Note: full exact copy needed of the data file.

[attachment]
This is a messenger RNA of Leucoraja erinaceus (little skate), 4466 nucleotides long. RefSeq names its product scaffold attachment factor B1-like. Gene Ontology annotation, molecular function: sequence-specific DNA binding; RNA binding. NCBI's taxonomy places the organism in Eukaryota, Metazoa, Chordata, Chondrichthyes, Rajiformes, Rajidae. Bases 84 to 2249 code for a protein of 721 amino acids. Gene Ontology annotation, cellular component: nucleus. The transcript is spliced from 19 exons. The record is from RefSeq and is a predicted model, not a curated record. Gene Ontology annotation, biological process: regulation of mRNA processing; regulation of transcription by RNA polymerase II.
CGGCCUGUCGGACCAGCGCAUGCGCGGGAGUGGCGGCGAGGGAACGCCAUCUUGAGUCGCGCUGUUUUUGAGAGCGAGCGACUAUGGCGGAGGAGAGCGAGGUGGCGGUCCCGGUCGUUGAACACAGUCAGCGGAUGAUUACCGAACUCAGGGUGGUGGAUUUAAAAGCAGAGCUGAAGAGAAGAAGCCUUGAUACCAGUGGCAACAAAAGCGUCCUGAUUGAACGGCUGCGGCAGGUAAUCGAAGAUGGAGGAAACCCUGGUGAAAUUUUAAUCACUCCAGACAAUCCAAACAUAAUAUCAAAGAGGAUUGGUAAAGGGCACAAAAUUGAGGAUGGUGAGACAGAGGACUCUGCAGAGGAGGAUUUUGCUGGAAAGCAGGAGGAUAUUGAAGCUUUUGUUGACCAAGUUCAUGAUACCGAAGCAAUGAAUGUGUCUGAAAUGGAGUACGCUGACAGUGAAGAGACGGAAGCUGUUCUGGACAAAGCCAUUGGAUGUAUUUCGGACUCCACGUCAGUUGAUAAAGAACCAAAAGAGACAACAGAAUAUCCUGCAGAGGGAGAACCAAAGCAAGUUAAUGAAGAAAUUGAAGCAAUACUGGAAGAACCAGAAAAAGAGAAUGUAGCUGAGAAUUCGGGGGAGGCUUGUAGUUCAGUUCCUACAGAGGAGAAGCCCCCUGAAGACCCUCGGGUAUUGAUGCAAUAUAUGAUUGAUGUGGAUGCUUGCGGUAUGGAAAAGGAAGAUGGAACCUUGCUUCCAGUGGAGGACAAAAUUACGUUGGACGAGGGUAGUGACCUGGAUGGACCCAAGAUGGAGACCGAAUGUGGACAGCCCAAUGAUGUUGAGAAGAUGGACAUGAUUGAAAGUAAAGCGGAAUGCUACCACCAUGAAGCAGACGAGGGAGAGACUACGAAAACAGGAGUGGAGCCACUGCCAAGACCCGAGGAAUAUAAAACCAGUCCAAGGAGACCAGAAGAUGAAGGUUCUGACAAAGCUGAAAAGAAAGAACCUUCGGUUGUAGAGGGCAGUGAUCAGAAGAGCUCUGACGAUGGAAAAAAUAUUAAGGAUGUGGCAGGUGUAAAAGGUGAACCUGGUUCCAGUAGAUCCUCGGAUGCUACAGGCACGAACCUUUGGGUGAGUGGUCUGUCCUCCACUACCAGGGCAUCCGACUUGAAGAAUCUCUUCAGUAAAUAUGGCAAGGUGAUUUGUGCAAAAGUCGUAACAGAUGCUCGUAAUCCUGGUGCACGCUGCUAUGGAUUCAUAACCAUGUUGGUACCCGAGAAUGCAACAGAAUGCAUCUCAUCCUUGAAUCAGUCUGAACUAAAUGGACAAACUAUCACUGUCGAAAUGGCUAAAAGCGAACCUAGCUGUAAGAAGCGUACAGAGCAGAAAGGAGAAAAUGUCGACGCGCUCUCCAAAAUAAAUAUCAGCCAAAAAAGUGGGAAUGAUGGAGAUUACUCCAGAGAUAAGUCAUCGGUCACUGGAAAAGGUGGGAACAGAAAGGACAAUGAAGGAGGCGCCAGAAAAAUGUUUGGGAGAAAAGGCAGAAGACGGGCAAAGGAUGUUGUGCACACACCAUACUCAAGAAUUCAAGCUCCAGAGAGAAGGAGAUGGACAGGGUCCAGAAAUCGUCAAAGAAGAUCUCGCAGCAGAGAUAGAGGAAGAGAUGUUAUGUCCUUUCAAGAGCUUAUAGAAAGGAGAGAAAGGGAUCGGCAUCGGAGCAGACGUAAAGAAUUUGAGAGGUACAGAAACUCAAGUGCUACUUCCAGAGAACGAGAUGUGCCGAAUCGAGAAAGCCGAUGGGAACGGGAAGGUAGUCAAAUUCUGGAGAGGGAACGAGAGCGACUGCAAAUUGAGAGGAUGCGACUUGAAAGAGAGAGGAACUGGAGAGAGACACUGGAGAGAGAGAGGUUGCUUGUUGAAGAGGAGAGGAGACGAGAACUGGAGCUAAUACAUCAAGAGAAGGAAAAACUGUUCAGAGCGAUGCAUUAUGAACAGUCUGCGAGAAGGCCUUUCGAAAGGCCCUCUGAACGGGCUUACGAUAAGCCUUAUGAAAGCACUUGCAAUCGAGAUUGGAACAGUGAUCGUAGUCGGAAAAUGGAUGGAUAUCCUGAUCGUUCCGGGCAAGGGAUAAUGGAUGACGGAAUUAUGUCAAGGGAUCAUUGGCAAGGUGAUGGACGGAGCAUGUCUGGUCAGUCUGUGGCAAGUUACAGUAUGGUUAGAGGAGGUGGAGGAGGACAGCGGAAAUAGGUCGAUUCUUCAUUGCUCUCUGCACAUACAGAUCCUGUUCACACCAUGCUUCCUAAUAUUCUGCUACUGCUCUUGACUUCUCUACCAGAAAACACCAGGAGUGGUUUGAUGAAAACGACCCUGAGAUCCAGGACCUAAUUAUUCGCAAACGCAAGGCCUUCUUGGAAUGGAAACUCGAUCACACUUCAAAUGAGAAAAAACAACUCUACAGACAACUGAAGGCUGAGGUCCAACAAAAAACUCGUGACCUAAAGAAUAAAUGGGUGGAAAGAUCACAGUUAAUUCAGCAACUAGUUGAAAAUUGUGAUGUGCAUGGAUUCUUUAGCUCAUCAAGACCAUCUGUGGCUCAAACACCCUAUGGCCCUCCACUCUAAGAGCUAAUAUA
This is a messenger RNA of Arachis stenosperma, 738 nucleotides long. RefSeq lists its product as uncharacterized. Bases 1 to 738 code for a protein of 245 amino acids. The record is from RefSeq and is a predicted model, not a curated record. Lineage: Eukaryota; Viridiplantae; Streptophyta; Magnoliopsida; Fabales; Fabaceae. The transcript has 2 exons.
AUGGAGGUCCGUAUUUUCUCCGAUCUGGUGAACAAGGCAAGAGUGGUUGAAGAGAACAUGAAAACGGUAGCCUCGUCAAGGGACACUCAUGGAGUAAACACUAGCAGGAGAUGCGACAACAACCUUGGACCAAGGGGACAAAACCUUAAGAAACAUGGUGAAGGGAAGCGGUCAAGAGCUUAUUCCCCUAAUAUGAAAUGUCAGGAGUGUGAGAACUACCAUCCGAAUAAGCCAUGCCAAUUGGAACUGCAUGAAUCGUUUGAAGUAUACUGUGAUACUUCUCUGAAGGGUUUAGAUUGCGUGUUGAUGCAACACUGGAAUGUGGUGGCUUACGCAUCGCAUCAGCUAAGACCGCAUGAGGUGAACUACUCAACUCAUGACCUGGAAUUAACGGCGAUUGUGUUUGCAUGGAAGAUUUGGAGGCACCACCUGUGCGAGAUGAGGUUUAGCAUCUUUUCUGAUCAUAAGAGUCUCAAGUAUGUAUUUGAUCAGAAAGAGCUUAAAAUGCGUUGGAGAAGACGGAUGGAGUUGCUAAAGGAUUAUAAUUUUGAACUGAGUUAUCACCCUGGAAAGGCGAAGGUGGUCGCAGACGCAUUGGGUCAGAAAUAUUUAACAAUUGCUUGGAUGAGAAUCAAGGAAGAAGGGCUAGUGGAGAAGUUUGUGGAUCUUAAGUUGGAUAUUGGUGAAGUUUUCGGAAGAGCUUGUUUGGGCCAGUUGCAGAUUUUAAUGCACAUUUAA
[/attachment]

This is a messenger RNA of Leucoraja erinaceus (little skate), 4466 nucleotides long. RefSeq names its product scaffold attachment factor B1-like. Gene Ontology annotation, molecular function: sequence-specific DNA binding; RNA binding. NCBI's taxonomy places the organism in Eukaryota, Metazoa, Chordata, Chondrichthyes, Rajiformes, Rajidae. Bases 84 to 2249 code for a protein of 721 amino acids. Gene Ontology annotation, cellular component: nucleus. The transcript is spliced from 19 exons. The record is from RefSeq and is a predicted model, not a curated record. Gene Ontology annotation, biological process: regulation of mRNA processing; regulation of transcription by RNA polymerase II.
CGGCCUGUCGGACCAGCGCAUGCGCGGGAGUGGCGGCGAGGGAACGCCAUCUUGAGUCGCGCUGUUUUUGAGAGCGAGCGACUAUGGCGGAGGAGAGCGAGGUGGCGGUCCCGGUCGUUGAACACAGUCAGCGGAUGAUUACCGAACUCAGGGUGGUGGAUUUAAAAGCAGAGCUGAAGAGAAGAAGCCUUGAUACCAGUGGCAACAAAAGCGUCCUGAUUGAACGGCUGCGGCAGGUAAUCGAAGAUGGAGGAAACCCUGGUGAAAUUUUAAUCACUCCAGACAAUCCAAACAUAAUAUCAAAGAGGAUUGGUAAAGGGCACAAAAUUGAGGAUGGUGAGACAGAGGACUCUGCAGAGGAGGAUUUUGCUGGAAAGCAGGAGGAUAUUGAAGCUUUUGUUGACCAAGUUCAUGAUACCGAAGCAAUGAAUGUGUCUGAAAUGGAGUACGCUGACAGUGAAGAGACGGAAGCUGUUCUGGACAAAGCCAUUGGAUGUAUUUCGGACUCCACGUCAGUUGAUAAAGAACCAAAAGAGACAACAGAAUAUCCUGCAGAGGGAGAACCAAAGCAAGUUAAUGAAGAAAUUGAAGCAAUACUGGAAGAACCAGAAAAAGAGAAUGUAGCUGAGAAUUCGGGGGAGGCUUGUAGUUCAGUUCCUACAGAGGAGAAGCCCCCUGAAGACCCUCGGGUAUUGAUGCAAUAUAUGAUUGAUGUGGAUGCUUGCGGUAUGGAAAAGGAAGAUGGAACCUUGCUUCCAGUGGAGGACAAAAUUACGUUGGACGAGGGUAGUGACCUGGAUGGACCCAAGAUGGAGACCGAAUGUGGACAGCCCAAUGAUGUUGAGAAGAUGGACAUGAUUGAAAGUAAAGCGGAAUGCUACCACCAUGAAGCAGACGAGGGAGAGACUACGAAAACAGGAGUGGAGCCACUGCCAAGACCCGAGGAAUAUAAAACCAGUCCAAGGAGACCAGAAGAUGAAGGUUCUGACAAAGCUGAAAAGAAAGAACCUUCGGUUGUAGAGGGCAGUGAUCAGAAGAGCUCUGACGAUGGAAAAAAUAUUAAGGAUGUGGCAGGUGUAAAAGGUGAACCUGGUUCCAGUAGAUCCUCGGAUGCUACAGGCACGAACCUUUGGGUGAGUGGUCUGUCCUCCACUACCAGGGCAUCCGACUUGAAGAAUCUCUUCAGUAAAUAUGGCAAGGUGAUUUGUGCAAAAGUCGUAACAGAUGCUCGUAAUCCUGGUGCACGCUGCUAUGGAUUCAUAACCAUGUUGGUACCCGAGAAUGCAACAGAAUGCAUCUCAUCCUUGAAUCAGUCUGAACUAAAUGGACAAACUAUCACUGUCGAAAUGGCUAAAAGCGAACCUAGCUGUAAGAAGCGUACAGAGCAGAAAGGAGAAAAUGUCGACGCGCUCUCCAAAAUAAAUAUCAGCCAAAAAAGUGGGAAUGAUGGAGAUUACUCCAGAGAUAAGUCAUCGGUCACUGGAAAAGGUGGGAACAGAAAGGACAAUGAAGGAGGCGCCAGAAAAAUGUUUGGGAGAAAAGGCAGAAGACGGGCAAAGGAUGUUGUGCACACACCAUACUCAAGAAUUCAAGCUCCAGAGAGAAGGAGAUGGACAGGGUCCAGAAAUCGUCAAAGAAGAUCUCGCAGCAGAGAUAGAGGAAGAGAUGUUAUGUCCUUUCAAGAGCUUAUAGAAAGGAGAGAAAGGGAUCGGCAUCGGAGCAGACGUAAAGAAUUUGAGAGGUACAGAAACUCAAGUGCUACUUCCAGAGAACGAGAUGUGCCGAAUCGAGAAAGCCGAUGGGAACGGGAAGGUAGUCAAAUUCUGGAGAGGGAACGAGAGCGACUGCAAAUUGAGAGGAUGCGACUUGAAAGAGAGAGGAACUGGAGAGAGACACUGGAGAGAGAGAGGUUGCUUGUUGAAGAGGAGAGGAGACGAGAACUGGAGCUAAUACAUCAAGAGAAGGAAAAACUGUUCAGAGCGAUGCAUUAUGAACAGUCUGCGAGAAGGCCUUUCGAAAGGCCCUCUGAACGGGCUUACGAUAAGCCUUAUGAAAGCACUUGCAAUCGAGAUUGGAACAGUGAUCGUAGUCGGAAAAUGGAUGGAUAUCCUGAUCGUUCCGGGCAAGGGAUAAUGGAUGACGGAAUUAUGUCAAGGGAUCAUUGGCAAGGUGAUGGACGGAGCAUGUCUGGUCAGUCUGUGGCAAGUUACAGUAUGGUUAGAGGAGGUGGAGGAGGACAGCGGAAAUAGGUCGAUUCUUCAUUGCUCUCUGCACAUACAGAUCCUGUUCACACCAUGCUUCCUAAUAUUCUGCUACUGCUCUUGACUUCUCUACCAGAAAACACCAGGAGUGGUUUGAUGAAAACGACCCUGAGAUCCAGGACCUAAUUAUUCGCAAACGCAAGGCCUUCUUGGAAUGGAAACUCGAUCACACUUCAAAUGAGAAAAAACAACUCUACAGACAACUGAAGGCUGAGGUCCAACAAAAAACUCGUGACCUAAAGAAUAAAUGGGUGGAAAGAUCACAGUUAAUUCAGCAACUAGUUGAAAAUUGUGAUGUGCAUGGAUUCUUUAGCUCAUCAAGACCAUCUGUGGCUCAAACACCCUAUGGCCCUCCACUCUAAGAGCUAAUAUA
This is a messenger RNA of Arachis stenosperma, 738 nucleotides long. RefSeq lists its product as uncharacterized. Bases 1 to 738 code for a protein of 245 amino acids. The record is from RefSeq and is a predicted model, not a curated record. Lineage: Eukaryota; Viridiplantae; Streptophyta; Magnoliopsida; Fabales; Fabaceae. The transcript has 2 exons.
AUGGAGGUCCGUAUUUUCUCCGAUCUGGUGAACAAGGCAAGAGUGGUUGAAGAGAACAUGAAAACGGUAGCCUCGUCAAGGGACACUCAUGGAGUAAACACUAGCAGGAGAUGCGACAACAACCUUGGACCAAGGGGACAAAACCUUAAGAAACAUGGUGAAGGGAAGCGGUCAAGAGCUUAUUCCCCUAAUAUGAAAUGUCAGGAGUGUGAGAACUACCAUCCGAAUAAGCCAUGCCAAUUGGAACUGCAUGAAUCGUUUGAAGUAUACUGUGAUACUUCUCUGAAGGGUUUAGAUUGCGUGUUGAUGCAACACUGGAAUGUGGUGGCUUACGCAUCGCAUCAGCUAAGACCGCAUGAGGUGAACUACUCAACUCAUGACCUGGAAUUAACGGCGAUUGUGUUUGCAUGGAAGAUUUGGAGGCACCACCUGUGCGAGAUGAGGUUUAGCAUCUUUUCUGAUCAUAAGAGUCUCAAGUAUGUAUUUGAUCAGAAAGAGCUUAAAAUGCGUUGGAGAAGACGGAUGGAGUUGCUAAAGGAUUAUAAUUUUGAACUGAGUUAUCACCCUGGAAAGGCGAAGGUGGUCGCAGACGCAUUGGGUCAGAAAUAUUUAACAAUUGCUUGGAUGAGAAUCAAGGAAGAAGGGCUAGUGGAGAAGUUUGUGGAUCUUAAGUUGGAUAUUGGUGAAGUUUUCGGAAGAGCUUGUUUGGGCCAGUUGCAGAUUUUAAUGCACAUUUAA